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Helpful information on the world of beauty and aesthetics supplies.
Sodium, Potassium Intake Tied to Heart Disease
MONDAY, Jan. 12 -- Too much sodium and too little potassium in one's diet may increase one's risk of cardiovascular disease, a new study suggests. The findings, based on a long-term analysis by the U.S. National Heart, Lung, and Blood Institute of almost 3,000 people with pre-hypertension, also suggests that increasing potassium consumption along with the common wisdom of lowering one's salt intake may reverse the risk. Researchers found that for people with high normal blood pressure levels (120 to 139/80 to 89 mmHg), every unit increase in the person's sodium-to-potassium ratio raised his or her chance of cardiovascular disease by 24 percent. The findings were published in the Jan. 12 issue of the Archives of Internal Medicine. A third of American adults have high blood pressure, defined as 140/90 mmHg or higher, while another 37 percent have pre-hypertension. More information The American Heart Association has more about factors affecting the risk of cardiovascular [Read more]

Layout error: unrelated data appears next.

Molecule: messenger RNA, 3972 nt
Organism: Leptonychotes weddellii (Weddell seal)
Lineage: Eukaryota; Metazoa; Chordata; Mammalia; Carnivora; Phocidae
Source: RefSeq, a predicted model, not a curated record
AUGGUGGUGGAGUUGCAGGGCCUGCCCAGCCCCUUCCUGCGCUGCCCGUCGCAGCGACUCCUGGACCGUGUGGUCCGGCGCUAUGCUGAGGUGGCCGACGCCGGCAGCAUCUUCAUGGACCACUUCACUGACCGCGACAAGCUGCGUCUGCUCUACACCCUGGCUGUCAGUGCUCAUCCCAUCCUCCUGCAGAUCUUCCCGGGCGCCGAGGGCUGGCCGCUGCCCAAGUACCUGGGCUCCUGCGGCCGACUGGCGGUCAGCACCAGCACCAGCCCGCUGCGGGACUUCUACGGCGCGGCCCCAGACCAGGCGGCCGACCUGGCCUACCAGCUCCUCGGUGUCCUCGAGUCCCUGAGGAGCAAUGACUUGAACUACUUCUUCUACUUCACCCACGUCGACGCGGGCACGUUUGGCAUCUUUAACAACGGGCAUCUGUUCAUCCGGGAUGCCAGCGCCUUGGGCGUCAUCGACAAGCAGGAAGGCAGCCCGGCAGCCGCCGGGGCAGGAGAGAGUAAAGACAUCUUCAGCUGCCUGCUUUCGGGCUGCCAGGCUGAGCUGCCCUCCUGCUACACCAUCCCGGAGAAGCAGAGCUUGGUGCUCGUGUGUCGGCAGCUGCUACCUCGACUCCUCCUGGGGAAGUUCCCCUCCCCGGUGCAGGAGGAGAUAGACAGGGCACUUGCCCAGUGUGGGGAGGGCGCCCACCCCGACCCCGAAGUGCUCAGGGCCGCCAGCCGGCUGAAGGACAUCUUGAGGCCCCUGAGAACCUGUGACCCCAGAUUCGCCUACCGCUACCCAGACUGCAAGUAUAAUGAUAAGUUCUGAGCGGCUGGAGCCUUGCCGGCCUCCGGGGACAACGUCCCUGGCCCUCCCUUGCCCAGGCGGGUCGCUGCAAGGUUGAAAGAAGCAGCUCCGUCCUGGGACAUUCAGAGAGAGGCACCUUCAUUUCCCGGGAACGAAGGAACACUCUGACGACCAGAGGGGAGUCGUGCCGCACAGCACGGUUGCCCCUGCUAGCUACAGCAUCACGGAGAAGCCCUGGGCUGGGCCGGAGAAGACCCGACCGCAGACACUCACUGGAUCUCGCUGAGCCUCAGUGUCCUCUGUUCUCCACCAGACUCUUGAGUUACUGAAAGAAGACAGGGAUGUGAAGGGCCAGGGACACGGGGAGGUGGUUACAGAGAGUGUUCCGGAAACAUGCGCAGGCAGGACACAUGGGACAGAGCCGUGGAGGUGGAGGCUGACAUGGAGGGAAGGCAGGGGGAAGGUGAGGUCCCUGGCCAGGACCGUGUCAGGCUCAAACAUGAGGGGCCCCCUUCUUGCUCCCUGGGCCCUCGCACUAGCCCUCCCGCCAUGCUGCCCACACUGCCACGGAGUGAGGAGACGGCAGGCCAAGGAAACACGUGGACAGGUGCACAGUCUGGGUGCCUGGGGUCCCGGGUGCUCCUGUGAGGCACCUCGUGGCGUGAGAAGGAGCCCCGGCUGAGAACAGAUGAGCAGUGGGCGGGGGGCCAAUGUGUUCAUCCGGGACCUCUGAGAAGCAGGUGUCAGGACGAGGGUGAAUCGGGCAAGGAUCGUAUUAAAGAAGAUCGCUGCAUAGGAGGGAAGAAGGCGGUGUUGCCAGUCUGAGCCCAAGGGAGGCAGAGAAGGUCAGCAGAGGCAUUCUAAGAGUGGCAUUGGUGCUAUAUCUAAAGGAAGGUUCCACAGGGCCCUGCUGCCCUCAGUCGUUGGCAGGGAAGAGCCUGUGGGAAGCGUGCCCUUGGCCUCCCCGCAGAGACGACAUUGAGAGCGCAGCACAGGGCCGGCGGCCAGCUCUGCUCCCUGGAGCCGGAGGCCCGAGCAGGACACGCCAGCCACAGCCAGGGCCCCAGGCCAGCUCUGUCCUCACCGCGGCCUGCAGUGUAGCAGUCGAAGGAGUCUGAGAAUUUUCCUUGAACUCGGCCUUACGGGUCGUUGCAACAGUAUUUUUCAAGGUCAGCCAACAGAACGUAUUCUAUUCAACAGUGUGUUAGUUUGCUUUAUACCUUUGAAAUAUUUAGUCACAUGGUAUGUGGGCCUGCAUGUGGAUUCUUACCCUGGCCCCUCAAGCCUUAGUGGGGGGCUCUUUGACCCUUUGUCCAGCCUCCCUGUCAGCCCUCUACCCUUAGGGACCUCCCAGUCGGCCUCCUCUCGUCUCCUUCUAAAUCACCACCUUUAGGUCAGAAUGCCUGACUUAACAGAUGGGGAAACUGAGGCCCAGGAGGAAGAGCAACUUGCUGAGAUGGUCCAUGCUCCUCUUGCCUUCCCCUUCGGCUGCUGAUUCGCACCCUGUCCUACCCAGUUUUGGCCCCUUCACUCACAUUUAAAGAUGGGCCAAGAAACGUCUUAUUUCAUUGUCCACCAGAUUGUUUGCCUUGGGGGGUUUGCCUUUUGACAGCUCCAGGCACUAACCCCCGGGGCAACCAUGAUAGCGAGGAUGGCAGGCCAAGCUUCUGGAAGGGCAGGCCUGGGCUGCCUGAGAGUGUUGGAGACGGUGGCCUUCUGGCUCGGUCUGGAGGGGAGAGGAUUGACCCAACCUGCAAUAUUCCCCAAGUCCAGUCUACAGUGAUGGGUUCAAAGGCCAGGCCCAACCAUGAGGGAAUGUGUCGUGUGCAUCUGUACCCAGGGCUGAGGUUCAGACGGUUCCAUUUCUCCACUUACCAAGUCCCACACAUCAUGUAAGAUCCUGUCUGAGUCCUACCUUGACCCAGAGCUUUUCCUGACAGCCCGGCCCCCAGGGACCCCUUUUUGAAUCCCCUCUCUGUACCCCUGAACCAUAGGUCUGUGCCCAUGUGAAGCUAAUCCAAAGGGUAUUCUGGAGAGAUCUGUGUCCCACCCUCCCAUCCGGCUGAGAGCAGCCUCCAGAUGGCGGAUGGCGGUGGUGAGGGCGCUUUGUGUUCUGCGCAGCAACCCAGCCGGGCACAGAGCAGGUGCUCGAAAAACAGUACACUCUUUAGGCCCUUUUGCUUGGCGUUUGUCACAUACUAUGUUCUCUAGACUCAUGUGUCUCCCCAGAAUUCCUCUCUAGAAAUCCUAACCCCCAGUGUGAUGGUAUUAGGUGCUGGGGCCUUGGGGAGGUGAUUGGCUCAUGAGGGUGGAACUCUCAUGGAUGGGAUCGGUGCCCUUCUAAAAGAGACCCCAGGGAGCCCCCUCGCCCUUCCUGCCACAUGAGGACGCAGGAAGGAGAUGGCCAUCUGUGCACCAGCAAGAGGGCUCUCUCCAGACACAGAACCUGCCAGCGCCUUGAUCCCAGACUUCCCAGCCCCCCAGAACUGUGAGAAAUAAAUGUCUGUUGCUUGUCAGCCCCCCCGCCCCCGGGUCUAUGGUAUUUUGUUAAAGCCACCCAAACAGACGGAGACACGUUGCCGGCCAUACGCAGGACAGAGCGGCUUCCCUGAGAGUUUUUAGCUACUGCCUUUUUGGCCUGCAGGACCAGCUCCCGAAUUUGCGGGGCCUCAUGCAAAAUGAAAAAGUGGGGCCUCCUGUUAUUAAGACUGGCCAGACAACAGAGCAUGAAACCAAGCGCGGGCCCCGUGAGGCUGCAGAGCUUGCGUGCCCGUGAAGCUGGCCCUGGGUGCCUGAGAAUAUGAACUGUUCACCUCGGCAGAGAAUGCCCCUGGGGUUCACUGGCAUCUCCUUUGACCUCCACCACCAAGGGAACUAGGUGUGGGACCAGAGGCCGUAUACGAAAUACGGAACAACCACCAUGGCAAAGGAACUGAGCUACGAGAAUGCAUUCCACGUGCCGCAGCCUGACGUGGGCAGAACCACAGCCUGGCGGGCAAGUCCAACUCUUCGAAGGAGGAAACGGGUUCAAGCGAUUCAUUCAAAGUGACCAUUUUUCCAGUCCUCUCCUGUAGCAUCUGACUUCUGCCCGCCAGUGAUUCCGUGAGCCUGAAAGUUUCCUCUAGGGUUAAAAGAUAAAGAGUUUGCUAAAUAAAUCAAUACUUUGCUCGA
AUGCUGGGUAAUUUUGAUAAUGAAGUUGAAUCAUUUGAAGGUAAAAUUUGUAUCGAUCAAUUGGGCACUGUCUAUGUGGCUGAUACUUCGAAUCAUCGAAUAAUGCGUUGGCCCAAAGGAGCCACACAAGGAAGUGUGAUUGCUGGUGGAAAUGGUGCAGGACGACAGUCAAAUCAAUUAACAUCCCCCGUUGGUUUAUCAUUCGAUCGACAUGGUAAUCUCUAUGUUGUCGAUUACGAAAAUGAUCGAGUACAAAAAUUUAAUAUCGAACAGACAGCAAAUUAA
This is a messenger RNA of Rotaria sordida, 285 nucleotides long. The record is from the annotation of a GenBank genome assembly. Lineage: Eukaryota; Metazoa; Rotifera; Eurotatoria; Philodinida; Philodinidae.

FDA Widens Peanut Butter-Salmonella Probe
FRIDAY, Jan. 16 -- U.S. health officials said Friday that they were expanding their investigation into peanut products possibly contaminated with salmonella, as the toll from the outbreak climbed to 452 people sickened in 43 states and one in Canada, and possibly six deaths. U.S. Food and Drug Administration officials have asked food companies around the country that may have bought peanut butter or peanut paste from a Georgia facility owned by the Peanut Corp. of America to test their products for salmonella contamination. The Associated Press reported that federal health officials late Friday said at least 85 companies had purchased peanut products from the Georgia plant and 30 had been "urged" to run their own tests for the bacteria. Dr. Stephen Sundlof, director of the FDA's Center for Food Safety and Applied Nutrition, told a late afternoon teleconference: "We have traced one likely source of salmonella contamination to a plant owned by the Peanut Corp. of America in Geor [Read more]